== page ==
6.7. Serializing and LocalStorage¶
Now we have a really well architected application. But it is still lacking one big feature. Persistence. Each time we bring up our web page, or even refresh the page, our list dissappears! That is bad and nobdy is going to buy our app if they have to start over from the beginning each time. What we need is a way to store the data. Our first step on the journey to persistence is to make use of the
localStorage of the browser. Before we dive into a new prototype we need to learn about two new concepts.
Here is an activecode example. The primary methods of the JSON object are
parse. The stringify method takes an object as a parameter and returns a JSON string.
Notice that there is nothing to import, the JSON object is always available for you to use.
Python is very similar, but the names of the methods are different. In python you call the
dumps method to serialize an object, and you call
loads to deserialize the string to an object.
Not everything can be serialized! For example, functions and methods cannot be serialized.
For custom objects, that is instances of classes that we create, the default behavior for JSON.stringify is to serialize the properties of the object but not the methods.
For example, take the Item class from our shopping list application. If we serialize this using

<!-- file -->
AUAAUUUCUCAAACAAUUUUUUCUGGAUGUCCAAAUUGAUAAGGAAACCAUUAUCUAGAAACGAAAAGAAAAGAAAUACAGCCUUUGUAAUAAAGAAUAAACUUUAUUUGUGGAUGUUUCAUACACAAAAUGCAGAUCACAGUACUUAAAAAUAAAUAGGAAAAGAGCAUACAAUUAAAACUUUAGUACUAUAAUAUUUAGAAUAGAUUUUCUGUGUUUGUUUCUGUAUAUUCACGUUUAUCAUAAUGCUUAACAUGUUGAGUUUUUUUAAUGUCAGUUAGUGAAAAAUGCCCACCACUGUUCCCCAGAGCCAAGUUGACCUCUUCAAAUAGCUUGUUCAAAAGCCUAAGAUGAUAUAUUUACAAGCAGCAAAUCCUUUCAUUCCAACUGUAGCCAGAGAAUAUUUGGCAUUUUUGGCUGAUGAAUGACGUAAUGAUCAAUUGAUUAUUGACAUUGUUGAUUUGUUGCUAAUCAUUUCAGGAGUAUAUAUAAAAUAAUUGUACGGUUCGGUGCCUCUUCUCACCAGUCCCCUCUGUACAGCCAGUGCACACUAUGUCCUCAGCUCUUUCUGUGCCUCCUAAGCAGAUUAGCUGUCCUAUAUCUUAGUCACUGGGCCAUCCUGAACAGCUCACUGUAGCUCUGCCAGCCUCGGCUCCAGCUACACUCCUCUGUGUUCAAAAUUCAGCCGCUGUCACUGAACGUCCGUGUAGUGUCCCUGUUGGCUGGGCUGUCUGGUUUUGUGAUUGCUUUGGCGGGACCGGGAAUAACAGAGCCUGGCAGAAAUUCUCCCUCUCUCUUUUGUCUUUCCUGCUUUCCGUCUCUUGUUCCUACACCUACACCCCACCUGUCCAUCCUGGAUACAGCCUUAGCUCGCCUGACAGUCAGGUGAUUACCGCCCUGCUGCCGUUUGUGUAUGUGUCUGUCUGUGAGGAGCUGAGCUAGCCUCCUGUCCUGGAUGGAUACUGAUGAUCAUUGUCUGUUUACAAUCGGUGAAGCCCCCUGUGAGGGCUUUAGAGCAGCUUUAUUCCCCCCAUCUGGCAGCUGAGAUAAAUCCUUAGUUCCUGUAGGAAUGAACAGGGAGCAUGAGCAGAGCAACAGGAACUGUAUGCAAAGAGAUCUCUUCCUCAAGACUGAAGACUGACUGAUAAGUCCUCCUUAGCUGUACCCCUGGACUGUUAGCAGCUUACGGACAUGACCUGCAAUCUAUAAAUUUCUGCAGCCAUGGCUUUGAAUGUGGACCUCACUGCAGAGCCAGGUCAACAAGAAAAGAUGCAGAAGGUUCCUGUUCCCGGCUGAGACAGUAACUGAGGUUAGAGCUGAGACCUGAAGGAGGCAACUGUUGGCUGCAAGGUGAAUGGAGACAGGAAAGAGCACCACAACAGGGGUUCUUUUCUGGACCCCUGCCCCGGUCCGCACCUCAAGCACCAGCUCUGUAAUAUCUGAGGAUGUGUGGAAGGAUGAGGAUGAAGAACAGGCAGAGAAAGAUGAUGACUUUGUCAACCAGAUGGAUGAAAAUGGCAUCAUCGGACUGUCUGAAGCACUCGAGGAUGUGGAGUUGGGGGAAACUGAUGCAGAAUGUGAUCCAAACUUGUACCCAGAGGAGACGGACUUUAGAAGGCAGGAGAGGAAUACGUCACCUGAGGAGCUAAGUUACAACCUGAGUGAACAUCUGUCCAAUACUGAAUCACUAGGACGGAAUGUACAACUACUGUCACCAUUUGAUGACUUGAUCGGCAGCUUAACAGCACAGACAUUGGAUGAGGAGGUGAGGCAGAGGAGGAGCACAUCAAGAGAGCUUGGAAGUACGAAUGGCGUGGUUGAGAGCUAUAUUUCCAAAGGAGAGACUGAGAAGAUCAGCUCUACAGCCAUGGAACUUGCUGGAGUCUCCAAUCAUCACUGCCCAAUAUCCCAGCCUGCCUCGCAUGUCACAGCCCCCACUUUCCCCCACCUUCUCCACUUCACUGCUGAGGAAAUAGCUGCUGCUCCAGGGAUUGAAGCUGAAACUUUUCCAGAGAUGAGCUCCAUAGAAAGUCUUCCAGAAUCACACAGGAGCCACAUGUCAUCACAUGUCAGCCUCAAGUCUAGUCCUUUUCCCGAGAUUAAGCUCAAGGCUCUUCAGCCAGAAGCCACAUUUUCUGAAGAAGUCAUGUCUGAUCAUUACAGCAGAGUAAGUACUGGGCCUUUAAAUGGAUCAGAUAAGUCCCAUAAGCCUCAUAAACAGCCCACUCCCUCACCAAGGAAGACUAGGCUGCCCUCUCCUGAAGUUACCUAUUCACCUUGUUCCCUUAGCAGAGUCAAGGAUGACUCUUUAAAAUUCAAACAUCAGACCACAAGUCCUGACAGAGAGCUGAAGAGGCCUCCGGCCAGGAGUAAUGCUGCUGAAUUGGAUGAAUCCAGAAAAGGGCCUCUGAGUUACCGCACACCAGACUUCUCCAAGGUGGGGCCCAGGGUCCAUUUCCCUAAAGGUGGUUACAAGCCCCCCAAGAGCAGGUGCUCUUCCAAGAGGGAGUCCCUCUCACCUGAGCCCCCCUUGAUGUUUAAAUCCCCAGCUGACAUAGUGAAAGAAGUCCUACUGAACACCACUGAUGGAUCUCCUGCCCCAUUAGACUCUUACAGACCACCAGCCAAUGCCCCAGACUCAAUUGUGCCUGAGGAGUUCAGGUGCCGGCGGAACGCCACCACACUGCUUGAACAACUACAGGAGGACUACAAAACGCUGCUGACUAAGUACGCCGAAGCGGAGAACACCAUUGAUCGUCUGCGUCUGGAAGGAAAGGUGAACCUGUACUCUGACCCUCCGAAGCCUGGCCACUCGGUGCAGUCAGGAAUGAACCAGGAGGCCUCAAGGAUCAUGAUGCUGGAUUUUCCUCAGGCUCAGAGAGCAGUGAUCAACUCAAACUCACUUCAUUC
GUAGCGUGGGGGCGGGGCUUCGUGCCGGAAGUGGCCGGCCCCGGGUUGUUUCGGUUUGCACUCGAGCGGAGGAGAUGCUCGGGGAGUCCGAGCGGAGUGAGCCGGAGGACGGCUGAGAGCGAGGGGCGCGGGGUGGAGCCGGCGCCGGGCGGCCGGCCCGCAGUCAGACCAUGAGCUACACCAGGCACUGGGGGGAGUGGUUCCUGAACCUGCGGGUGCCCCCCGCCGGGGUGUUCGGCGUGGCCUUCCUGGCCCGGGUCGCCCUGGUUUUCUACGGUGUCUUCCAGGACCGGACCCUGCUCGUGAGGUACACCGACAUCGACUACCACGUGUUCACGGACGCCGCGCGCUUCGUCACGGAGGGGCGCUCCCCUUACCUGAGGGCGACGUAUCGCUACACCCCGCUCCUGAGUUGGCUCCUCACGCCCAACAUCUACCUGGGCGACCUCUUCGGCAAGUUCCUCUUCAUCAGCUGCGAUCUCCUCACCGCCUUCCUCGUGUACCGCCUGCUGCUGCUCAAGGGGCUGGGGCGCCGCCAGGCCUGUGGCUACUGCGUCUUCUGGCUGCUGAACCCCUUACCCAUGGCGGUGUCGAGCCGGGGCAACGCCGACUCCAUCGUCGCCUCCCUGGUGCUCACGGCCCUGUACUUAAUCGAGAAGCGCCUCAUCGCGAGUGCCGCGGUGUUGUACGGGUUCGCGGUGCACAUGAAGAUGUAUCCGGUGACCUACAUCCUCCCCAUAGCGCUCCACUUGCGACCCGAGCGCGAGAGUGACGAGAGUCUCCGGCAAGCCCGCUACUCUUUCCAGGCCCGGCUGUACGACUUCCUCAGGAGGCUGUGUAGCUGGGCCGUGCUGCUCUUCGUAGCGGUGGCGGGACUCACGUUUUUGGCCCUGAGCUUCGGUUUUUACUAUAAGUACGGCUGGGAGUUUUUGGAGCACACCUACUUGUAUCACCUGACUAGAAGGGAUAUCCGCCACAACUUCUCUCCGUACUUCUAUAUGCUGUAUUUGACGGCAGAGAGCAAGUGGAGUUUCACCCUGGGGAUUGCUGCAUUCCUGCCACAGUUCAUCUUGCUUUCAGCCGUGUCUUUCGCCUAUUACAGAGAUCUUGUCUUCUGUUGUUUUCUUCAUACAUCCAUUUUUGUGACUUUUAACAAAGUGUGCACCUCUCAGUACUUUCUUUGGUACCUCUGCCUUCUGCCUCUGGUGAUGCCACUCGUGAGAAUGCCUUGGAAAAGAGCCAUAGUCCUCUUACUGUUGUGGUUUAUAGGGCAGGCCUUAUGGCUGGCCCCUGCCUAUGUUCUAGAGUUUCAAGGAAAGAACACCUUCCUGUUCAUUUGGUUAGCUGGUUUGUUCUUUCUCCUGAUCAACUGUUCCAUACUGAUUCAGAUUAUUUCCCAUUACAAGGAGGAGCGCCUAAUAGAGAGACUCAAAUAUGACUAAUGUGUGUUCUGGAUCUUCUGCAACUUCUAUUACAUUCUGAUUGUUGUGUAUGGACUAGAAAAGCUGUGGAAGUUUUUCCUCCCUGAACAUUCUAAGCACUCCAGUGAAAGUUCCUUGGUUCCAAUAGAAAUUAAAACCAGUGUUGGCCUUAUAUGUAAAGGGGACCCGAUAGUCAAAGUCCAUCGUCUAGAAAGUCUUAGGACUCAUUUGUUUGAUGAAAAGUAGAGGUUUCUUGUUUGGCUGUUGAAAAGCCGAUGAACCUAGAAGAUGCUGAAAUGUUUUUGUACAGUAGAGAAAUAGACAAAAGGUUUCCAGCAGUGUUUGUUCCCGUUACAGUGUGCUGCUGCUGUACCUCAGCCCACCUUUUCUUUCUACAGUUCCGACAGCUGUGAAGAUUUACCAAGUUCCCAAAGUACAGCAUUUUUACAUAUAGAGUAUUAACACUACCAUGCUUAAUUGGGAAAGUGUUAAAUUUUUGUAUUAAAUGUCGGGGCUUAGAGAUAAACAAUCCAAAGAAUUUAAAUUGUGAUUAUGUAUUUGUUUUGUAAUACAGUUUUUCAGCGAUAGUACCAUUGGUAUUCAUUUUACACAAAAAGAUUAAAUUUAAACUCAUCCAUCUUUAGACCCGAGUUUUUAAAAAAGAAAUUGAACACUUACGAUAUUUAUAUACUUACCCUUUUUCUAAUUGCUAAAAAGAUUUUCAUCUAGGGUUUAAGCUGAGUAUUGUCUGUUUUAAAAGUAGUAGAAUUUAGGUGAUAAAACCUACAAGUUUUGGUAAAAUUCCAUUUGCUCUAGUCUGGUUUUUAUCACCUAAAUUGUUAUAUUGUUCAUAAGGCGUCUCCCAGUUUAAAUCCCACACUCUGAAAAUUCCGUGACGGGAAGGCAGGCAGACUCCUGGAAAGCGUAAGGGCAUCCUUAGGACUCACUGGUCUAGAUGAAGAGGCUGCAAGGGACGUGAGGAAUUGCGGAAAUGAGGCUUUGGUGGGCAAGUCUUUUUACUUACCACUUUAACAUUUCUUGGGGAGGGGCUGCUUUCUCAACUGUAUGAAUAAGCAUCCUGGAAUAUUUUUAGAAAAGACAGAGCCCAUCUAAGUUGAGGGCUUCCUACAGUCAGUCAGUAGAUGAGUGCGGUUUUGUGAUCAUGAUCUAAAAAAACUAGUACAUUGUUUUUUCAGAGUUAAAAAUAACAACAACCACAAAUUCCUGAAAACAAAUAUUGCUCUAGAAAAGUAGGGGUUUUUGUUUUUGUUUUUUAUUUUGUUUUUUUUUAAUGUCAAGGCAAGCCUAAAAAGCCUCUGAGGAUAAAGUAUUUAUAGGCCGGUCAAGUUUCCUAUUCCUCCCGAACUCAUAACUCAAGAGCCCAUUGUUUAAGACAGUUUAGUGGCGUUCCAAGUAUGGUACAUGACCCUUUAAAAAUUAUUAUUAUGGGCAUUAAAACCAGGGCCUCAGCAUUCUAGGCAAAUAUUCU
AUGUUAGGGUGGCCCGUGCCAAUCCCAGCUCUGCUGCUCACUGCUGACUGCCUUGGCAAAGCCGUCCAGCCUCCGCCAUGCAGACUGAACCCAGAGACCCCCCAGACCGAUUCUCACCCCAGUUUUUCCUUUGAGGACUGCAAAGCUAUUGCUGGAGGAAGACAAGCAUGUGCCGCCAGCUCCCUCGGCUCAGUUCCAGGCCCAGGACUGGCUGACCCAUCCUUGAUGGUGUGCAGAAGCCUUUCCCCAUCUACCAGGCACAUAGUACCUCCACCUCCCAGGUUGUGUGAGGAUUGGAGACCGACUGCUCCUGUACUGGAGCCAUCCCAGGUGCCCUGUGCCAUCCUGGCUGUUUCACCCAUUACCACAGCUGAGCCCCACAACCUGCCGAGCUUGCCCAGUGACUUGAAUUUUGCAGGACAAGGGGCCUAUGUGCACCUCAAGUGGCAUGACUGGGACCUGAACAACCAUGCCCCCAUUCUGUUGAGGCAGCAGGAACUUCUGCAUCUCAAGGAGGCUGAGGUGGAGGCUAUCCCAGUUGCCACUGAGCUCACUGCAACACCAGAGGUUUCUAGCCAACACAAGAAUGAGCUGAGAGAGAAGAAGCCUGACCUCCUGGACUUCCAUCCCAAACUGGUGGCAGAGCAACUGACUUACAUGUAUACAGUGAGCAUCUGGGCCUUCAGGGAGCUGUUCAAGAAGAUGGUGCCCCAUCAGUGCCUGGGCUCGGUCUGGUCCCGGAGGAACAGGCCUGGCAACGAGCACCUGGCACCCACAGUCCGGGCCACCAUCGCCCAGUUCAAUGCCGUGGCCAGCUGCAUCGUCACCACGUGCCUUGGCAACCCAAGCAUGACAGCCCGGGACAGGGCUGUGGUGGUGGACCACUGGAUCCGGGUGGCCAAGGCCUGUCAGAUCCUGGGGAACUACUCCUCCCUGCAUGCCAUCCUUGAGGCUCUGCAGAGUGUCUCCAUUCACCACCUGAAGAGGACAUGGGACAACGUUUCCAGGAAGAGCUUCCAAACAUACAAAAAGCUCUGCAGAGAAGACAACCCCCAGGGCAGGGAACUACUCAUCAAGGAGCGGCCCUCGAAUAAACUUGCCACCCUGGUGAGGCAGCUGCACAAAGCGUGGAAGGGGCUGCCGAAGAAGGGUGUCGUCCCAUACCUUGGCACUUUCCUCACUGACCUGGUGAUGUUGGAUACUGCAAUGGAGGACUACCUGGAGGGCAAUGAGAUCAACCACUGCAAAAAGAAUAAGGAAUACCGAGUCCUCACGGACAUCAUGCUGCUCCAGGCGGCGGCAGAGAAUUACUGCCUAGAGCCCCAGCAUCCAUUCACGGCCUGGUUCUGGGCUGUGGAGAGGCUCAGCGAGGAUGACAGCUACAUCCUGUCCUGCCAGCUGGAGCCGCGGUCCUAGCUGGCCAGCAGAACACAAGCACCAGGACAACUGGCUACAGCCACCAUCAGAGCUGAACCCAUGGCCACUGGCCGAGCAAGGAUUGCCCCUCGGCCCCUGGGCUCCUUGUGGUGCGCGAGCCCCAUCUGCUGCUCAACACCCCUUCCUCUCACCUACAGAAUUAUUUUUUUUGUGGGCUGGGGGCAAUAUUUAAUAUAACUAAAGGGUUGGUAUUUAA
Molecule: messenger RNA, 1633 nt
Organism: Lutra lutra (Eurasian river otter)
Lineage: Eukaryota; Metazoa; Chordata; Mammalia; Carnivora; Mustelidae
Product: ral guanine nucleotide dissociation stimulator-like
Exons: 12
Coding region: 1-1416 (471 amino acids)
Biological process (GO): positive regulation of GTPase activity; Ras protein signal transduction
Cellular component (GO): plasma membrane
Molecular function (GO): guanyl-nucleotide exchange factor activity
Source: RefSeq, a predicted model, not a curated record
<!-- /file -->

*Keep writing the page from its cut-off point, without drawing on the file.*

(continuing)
JSON.stringify we will get an object literal that contains the properties name, quantity, priority, store, section, etc. But none of the methods will be serialzed.
If we want our object to have some special behavior when we serialze it, we can write a method for our object called
toJSON The method takes no parameters and returns a string. Note that this string should be deserializable by the
6.7.2. Using the localStorage Object¶
Before HTML5 the only way to store data in the browser was in a cookie. That had a lot of limits in terms of size, and cookies are sent to the server with each request, so they were sent out into the internet over a potentially unsecure connection. In HTML5 localStorage was added to accomodate the needs to keep information persistent, and web storage objects were created.
There are two main web storage objects:
localStorage can hold at least 5MB of data with no expiration date.
sessionStorage stores data for one session – data is erased with the browser tab is closed.
The localStorage object has three important methods:
You can also access a key in localStorage directly using
Run the following example a few times.
Do you see anything wrong? Now reload the page and run it again. Notice that it keeps counting from where it left off.
Exercise Fix the counter so that it counts using the decimal number system.